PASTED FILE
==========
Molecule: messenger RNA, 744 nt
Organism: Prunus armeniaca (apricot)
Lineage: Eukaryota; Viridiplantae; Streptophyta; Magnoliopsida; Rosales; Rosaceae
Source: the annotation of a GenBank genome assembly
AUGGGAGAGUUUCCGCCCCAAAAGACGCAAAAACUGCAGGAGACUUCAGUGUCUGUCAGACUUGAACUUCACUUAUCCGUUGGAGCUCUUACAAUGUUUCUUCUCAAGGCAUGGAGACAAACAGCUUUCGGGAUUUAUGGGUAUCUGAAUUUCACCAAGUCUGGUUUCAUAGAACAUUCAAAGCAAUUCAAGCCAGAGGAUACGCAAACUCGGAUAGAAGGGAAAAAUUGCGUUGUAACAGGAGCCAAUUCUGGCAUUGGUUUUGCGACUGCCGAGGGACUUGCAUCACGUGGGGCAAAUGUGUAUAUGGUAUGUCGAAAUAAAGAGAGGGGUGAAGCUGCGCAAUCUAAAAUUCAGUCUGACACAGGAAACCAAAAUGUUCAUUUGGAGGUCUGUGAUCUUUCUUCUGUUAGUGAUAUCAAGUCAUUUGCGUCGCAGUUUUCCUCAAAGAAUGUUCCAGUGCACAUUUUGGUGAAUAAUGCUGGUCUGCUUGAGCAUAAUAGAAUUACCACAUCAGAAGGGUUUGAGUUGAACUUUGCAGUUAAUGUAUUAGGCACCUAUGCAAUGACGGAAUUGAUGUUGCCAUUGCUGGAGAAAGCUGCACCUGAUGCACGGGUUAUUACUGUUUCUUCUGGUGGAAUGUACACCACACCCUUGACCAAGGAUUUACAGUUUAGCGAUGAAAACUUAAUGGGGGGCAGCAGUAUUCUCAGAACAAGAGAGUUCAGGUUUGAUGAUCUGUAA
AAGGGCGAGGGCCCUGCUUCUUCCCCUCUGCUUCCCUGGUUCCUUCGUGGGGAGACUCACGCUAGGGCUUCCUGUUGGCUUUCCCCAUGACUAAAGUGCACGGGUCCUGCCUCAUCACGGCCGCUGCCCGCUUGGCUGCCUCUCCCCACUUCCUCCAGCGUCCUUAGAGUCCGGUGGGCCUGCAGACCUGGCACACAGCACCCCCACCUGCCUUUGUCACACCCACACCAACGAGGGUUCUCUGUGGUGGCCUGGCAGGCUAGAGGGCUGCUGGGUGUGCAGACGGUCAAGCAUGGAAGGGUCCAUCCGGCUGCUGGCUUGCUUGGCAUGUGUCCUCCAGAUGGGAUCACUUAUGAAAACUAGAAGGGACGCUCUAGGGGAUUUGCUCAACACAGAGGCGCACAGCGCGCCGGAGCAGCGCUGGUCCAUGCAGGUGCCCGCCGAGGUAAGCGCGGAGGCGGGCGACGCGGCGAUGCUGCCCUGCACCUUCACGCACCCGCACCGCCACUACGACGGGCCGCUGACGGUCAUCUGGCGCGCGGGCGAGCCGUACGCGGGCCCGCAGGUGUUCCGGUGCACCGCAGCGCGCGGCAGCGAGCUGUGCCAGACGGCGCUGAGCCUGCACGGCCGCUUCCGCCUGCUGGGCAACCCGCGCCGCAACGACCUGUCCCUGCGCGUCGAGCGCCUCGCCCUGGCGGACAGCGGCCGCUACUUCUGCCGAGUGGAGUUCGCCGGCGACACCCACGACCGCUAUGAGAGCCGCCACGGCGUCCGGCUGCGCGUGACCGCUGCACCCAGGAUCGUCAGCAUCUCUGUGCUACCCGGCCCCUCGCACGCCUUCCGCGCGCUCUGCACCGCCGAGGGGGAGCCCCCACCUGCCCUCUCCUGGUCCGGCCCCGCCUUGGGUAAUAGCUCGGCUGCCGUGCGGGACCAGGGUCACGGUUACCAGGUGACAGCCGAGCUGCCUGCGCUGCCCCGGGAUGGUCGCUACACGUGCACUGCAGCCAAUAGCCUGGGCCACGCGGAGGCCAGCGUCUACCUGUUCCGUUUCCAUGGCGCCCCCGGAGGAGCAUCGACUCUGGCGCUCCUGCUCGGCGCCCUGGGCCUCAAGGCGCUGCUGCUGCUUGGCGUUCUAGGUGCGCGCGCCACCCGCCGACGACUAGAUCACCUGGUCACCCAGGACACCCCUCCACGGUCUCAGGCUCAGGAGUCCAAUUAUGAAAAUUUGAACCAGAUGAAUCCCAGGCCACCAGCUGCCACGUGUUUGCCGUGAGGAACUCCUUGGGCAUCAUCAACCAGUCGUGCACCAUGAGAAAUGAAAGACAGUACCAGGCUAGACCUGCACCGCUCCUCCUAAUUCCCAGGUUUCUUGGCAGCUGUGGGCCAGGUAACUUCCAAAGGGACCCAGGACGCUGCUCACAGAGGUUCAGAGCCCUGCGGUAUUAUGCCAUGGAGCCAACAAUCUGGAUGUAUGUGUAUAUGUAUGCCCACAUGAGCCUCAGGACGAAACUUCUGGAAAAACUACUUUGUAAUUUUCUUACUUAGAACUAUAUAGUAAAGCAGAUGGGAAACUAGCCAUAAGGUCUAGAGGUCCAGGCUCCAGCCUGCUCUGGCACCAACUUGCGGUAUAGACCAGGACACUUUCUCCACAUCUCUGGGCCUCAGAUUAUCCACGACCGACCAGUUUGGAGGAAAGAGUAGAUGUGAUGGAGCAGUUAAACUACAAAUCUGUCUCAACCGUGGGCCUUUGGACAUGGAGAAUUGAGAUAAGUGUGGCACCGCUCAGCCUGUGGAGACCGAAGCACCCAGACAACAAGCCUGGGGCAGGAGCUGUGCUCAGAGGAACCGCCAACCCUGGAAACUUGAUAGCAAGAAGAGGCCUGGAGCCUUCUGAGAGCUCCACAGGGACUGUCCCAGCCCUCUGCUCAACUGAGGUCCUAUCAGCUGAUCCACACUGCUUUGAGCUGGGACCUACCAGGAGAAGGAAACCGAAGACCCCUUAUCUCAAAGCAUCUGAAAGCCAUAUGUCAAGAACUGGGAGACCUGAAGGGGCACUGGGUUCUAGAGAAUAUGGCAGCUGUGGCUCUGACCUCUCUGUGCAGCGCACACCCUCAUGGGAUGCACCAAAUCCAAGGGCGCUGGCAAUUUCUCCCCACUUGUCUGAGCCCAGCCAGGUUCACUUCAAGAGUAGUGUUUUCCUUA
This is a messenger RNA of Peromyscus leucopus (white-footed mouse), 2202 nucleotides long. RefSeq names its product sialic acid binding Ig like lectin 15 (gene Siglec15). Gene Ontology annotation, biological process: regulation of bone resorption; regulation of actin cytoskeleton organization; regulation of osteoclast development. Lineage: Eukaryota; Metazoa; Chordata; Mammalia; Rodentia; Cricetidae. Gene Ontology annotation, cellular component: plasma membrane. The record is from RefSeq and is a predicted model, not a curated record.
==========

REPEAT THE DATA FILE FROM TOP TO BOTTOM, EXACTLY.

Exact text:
Molecule: messenger RNA, 744 nt
Organism: Prunus armeniaca (apricot)
Lineage: Eukaryota; Viridiplantae; Streptophyta; Magnoliopsida; Rosales; Rosaceae
Source: the annotation of a GenBank genome assembly
AUGGGAGAGUUUCCGCCCCAAAAGACGCAAAAACUGCAGGAGACUUCAGUGUCUGUCAGACUUGAACUUCACUUAUCCGUUGGAGCUCUUACAAUGUUUCUUCUCAAGGCAUGGAGACAAACAGCUUUCGGGAUUUAUGGGUAUCUGAAUUUCACCAAGUCUGGUUUCAUAGAACAUUCAAAGCAAUUCAAGCCAGAGGAUACGCAAACUCGGAUAGAAGGGAAAAAUUGCGUUGUAACAGGAGCCAAUUCUGGCAUUGGUUUUGCGACUGCCGAGGGACUUGCAUCACGUGGGGCAAAUGUGUAUAUGGUAUGUCGAAAUAAAGAGAGGGGUGAAGCUGCGCAAUCUAAAAUUCAGUCUGACACAGGAAACCAAAAUGUUCAUUUGGAGGUCUGUGAUCUUUCUUCUGUUAGUGAUAUCAAGUCAUUUGCGUCGCAGUUUUCCUCAAAGAAUGUUCCAGUGCACAUUUUGGUGAAUAAUGCUGGUCUGCUUGAGCAUAAUAGAAUUACCACAUCAGAAGGGUUUGAGUUGAACUUUGCAGUUAAUGUAUUAGGCACCUAUGCAAUGACGGAAUUGAUGUUGCCAUUGCUGGAGAAAGCUGCACCUGAUGCACGGGUUAUUACUGUUUCUUCUGGUGGAAUGUACACCACACCCUUGACCAAGGAUUUACAGUUUAGCGAUGAAAACUUAAUGGGGGGCAGCAGUAUUCUCAGAACAAGAGAGUUCAGGUUUGAUGAUCUGUAA
AAGGGCGAGGGCCCUGCUUCUUCCCCUCUGCUUCCCUGGUUCCUUCGUGGGGAGACUCACGCUAGGGCUUCCUGUUGGCUUUCCCCAUGACUAAAGUGCACGGGUCCUGCCUCAUCACGGCCGCUGCCCGCUUGGCUGCCUCUCCCCACUUCCUCCAGCGUCCUUAGAGUCCGGUGGGCCUGCAGACCUGGCACACAGCACCCCCACCUGCCUUUGUCACACCCACACCAACGAGGGUUCUCUGUGGUGGCCUGGCAGGCUAGAGGGCUGCUGGGUGUGCAGACGGUCAAGCAUGGAAGGGUCCAUCCGGCUGCUGGCUUGCUUGGCAUGUGUCCUCCAGAUGGGAUCACUUAUGAAAACUAGAAGGGACGCUCUAGGGGAUUUGCUCAACACAGAGGCGCACAGCGCGCCGGAGCAGCGCUGGUCCAUGCAGGUGCCCGCCGAGGUAAGCGCGGAGGCGGGCGACGCGGCGAUGCUGCCCUGCACCUUCACGCACCCGCACCGCCACUACGACGGGCCGCUGACGGUCAUCUGGCGCGCGGGCGAGCCGUACGCGGGCCCGCAGGUGUUCCGGUGCACCGCAGCGCGCGGCAGCGAGCUGUGCCAGACGGCGCUGAGCCUGCACGGCCGCUUCCGCCUGCUGGGCAACCCGCGCCGCAACGACCUGUCCCUGCGCGUCGAGCGCCUCGCCCUGGCGGACAGCGGCCGCUACUUCUGCCGAGUGGAGUUCGCCGGCGACACCCACGACCGCUAUGAGAGCCGCCACGGCGUCCGGCUGCGCGUGACCGCUGCACCCAGGAUCGUCAGCAUCUCUGUGCUACCCGGCCCCUCGCACGCCUUCCGCGCGCUCUGCACCGCCGAGGGGGAGCCCCCACCUGCCCUCUCCUGGUCCGGCCCCGCCUUGGGUAAUAGCUCGGCUGCCGUGCGGGACCAGGGUCACGGUUACCAGGUGACAGCCGAGCUGCCUGCGCUGCCCCGGGAUGGUCGCUACACGUGCACUGCAGCCAAUAGCCUGGGCCACGCGGAGGCCAGCGUCUACCUGUUCCGUUUCCAUGGCGCCCCCGGAGGAGCAUCGACUCUGGCGCUCCUGCUCGGCGCCCUGGGCCUCAAGGCGCUGCUGCUGCUUGGCGUUCUAGGUGCGCGCGCCACCCGCCGACGACUAGAUCACCUGGUCACCCAGGACACCCCUCCACGGUCUCAGGCUCAGGAGUCCAAUUAUGAAAAUUUGAACCAGAUGAAUCCCAGGCCACCAGCUGCCACGUGUUUGCCGUGAGGAACUCCUUGGGCAUCAUCAACCAGUCGUGCACCAUGAGAAAUGAAAGACAGUACCAGGCUAGACCUGCACCGCUCCUCCUAAUUCCCAGGUUUCUUGGCAGCUGUGGGCCAGGUAACUUCCAAAGGGACCCAGGACGCUGCUCACAGAGGUUCAGAGCCCUGCGGUAUUAUGCCAUGGAGCCAACAAUCUGGAUGUAUGUGUAUAUGUAUGCCCACAUGAGCCUCAGGACGAAACUUCUGGAAAAACUACUUUGUAAUUUUCUUACUUAGAACUAUAUAGUAAAGCAGAUGGGAAACUAGCCAUAAGGUCUAGAGGUCCAGGCUCCAGCCUGCUCUGGCACCAACUUGCGGUAUAGACCAGGACACUUUCUCCACAUCUCUGGGCCUCAGAUUAUCCACGACCGACCAGUUUGGAGGAAAGAGUAGAUGUGAUGGAGCAGUUAAACUACAAAUCUGUCUCAACCGUGGGCCUUUGGACAUGGAGAAUUGAGAUAAGUGUGGCACCGCUCAGCCUGUGGAGACCGAAGCACCCAGACAACAAGCCUGGGGCAGGAGCUGUGCUCAGAGGAACCGCCAACCCUGGAAACUUGAUAGCAAGAAGAGGCCUGGAGCCUUCUGAGAGCUCCACAGGGACUGUCCCAGCCCUCUGCUCAACUGAGGUCCUAUCAGCUGAUCCACACUGCUUUGAGCUGGGACCUACCAGGAGAAGGAAACCGAAGACCCCUUAUCUCAAAGCAUCUGAAAGCCAUAUGUCAAGAACUGGGAGACCUGAAGGGGCACUGGGUUCUAGAGAAUAUGGCAGCUGUGGCUCUGACCUCUCUGUGCAGCGCACACCCUCAUGGGAUGCACCAAAUCCAAGGGCGCUGGCAAUUUCUCCCCACUUGUCUGAGCCCAGCCAGGUUCACUUCAAGAGUAGUGUUUUCCUUA
This is a messenger RNA of Peromyscus leucopus (white-footed mouse), 2202 nucleotides long. RefSeq names its product sialic acid binding Ig like lectin 15 (gene Siglec15). Gene Ontology annotation, biological process: regulation of bone resorption; regulation of actin cytoskeleton organization; regulation of osteoclast development. Lineage: Eukaryota; Metazoa; Chordata; Mammalia; Rodentia; Cricetidae. Gene Ontology annotation, cellular component: plasma membrane. The record is from RefSeq and is a predicted model, not a curated record.